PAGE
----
Know what to look for and what to avoid when it comes to fat.
Fats are funny. We want to talk about them, but at the same time we don’t. It seems almost like a taboo subject. And for those of us looking to boost our gains, fats seem to just not be an option for us in our diet. But we need them and what a terrible disservice it would be to neglect them. Myths around fats circulate leaving us with doubt and uncertainty about the real truth surrounding this valuable macronutrient. But the truth is, we need it.
Like anything, fats are good to have in moderation. While there are some fats to include and make sure are in your diet, there are those fats to avoid and definitely not partake in, or at least only on rare occasion. With fats being essential for a host of bodily functions, we must not neglect fats and work to include them in our diet where they are necessary.
Let’s take a look at this guide to fats, and in particular healthy fats, so we know what to eat and what to avoid. On top of that, we will have the tools to better structure our diets to include this macronutrient that can do so much for our bodies.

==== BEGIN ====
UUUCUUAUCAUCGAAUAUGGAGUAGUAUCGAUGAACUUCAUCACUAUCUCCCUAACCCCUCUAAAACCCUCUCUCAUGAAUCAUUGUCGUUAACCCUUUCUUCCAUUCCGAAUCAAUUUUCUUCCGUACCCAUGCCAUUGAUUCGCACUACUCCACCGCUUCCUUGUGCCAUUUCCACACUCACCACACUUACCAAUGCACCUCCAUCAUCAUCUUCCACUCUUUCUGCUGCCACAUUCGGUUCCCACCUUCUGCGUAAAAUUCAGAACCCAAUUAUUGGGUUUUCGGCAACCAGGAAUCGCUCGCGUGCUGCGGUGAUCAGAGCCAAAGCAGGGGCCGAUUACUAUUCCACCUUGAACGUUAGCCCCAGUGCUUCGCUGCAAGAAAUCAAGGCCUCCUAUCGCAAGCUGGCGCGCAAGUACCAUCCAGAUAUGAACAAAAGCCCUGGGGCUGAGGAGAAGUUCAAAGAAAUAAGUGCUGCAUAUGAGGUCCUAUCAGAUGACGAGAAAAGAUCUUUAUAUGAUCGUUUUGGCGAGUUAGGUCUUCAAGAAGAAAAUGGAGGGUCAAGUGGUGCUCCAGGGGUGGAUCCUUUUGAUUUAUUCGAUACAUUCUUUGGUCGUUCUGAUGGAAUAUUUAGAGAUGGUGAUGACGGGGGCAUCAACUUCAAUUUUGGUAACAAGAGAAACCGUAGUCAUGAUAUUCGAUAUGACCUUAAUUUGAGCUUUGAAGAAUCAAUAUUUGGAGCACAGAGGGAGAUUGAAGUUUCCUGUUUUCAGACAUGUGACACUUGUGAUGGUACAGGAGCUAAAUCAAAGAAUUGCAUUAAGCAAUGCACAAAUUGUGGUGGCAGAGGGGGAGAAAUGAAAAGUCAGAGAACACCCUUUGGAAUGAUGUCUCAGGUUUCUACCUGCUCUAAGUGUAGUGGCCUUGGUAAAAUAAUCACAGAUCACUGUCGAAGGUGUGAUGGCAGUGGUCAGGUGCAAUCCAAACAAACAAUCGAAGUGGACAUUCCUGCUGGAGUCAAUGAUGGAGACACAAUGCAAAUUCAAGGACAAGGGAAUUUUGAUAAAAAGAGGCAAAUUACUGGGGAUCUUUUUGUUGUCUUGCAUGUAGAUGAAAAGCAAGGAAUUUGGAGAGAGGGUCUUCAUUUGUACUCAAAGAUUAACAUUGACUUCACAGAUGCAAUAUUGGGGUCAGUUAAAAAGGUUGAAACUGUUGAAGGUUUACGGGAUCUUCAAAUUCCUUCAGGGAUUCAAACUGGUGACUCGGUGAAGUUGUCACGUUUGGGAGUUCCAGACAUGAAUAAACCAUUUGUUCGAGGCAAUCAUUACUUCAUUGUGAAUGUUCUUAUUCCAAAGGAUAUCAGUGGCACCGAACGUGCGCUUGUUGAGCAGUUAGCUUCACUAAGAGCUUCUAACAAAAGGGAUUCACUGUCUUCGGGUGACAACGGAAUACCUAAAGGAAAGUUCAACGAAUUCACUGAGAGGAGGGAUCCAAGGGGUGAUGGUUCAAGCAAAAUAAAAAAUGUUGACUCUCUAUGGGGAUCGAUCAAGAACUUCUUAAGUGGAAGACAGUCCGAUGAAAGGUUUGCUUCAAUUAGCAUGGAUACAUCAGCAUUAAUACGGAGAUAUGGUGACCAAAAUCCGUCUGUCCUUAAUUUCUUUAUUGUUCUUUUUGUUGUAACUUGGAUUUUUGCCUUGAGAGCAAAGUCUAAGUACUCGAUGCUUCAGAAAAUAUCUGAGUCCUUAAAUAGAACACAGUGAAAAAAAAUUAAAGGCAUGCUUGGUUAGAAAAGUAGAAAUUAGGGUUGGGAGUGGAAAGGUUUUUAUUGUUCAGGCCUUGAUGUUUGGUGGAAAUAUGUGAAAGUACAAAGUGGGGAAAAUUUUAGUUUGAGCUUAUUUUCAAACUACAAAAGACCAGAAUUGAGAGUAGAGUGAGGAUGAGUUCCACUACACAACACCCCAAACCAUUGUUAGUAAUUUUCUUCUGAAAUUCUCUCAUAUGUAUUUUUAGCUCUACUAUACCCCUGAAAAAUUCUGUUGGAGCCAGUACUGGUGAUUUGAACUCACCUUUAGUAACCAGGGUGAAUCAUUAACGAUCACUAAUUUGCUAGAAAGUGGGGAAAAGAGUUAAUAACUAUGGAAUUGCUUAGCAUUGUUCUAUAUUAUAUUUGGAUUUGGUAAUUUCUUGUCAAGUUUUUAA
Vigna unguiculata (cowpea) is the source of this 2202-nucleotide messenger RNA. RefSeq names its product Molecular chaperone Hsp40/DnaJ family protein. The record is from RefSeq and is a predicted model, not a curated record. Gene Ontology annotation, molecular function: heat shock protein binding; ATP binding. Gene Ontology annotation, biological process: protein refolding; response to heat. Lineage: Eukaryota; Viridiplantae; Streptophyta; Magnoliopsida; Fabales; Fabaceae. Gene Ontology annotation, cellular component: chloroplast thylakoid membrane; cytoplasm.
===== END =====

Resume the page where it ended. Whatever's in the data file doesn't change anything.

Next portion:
Benefits Of Fat
Fats work to support our body and body systems to keep them operating at a high level. A great source of energy, fats can keep us moving throughout the day to include work, personal time, and of course, that vital workout.
With fat being our friend, the benefits of fats include:
- Provide energy: Although it may take a while in your body, fat can be converted into energy to give you that boost for your workout and everyday life.
- Support brain function: Fats can increase the production and release of neurotransmitters to better support your brain function (1).
- Better nutrient absorption: An essential part of absorption, fats can ensure you get all those nutrients into your body to be used effectively (2).
- Regulates body temperature and appetite: Fats can keep you full for longer and allow your body to find the right temperature to thrive at.
- Protects organs and creates cells: Can provide a physical cushion for protection of our organs and has properties to create cells we need.
Fats To Include In Your Diet
Saturated fats include things like organic oils and pasture-raised animal meat, as well as butter, cream, and cheese. With saturated fat being one of those victims of the fat myths, over time people have begun to realize that saturated fat may not be as bad for your cholesterol as originally thought. Plus, the quality of meat is higher, as well as those dairy products so if the source if reputable, then there should be no issues (3).
Including things like fatty fish, polyunsaturated fats are a great fat to include and serve as a home to omega-3 and omega-6 fatty acids. They can reduce LDL cholesterol levels and improve the overall profile to keep you more safe (4).
Monounsaturated fats include things like nuts and seeds and can improve cardiovascular risks like blood pressure and cholesterol, can help with insulin sensitivity, and may reduce inflammation. Along with polyunsaturated fat, these two round out the unsaturated fat family to work for our benefit.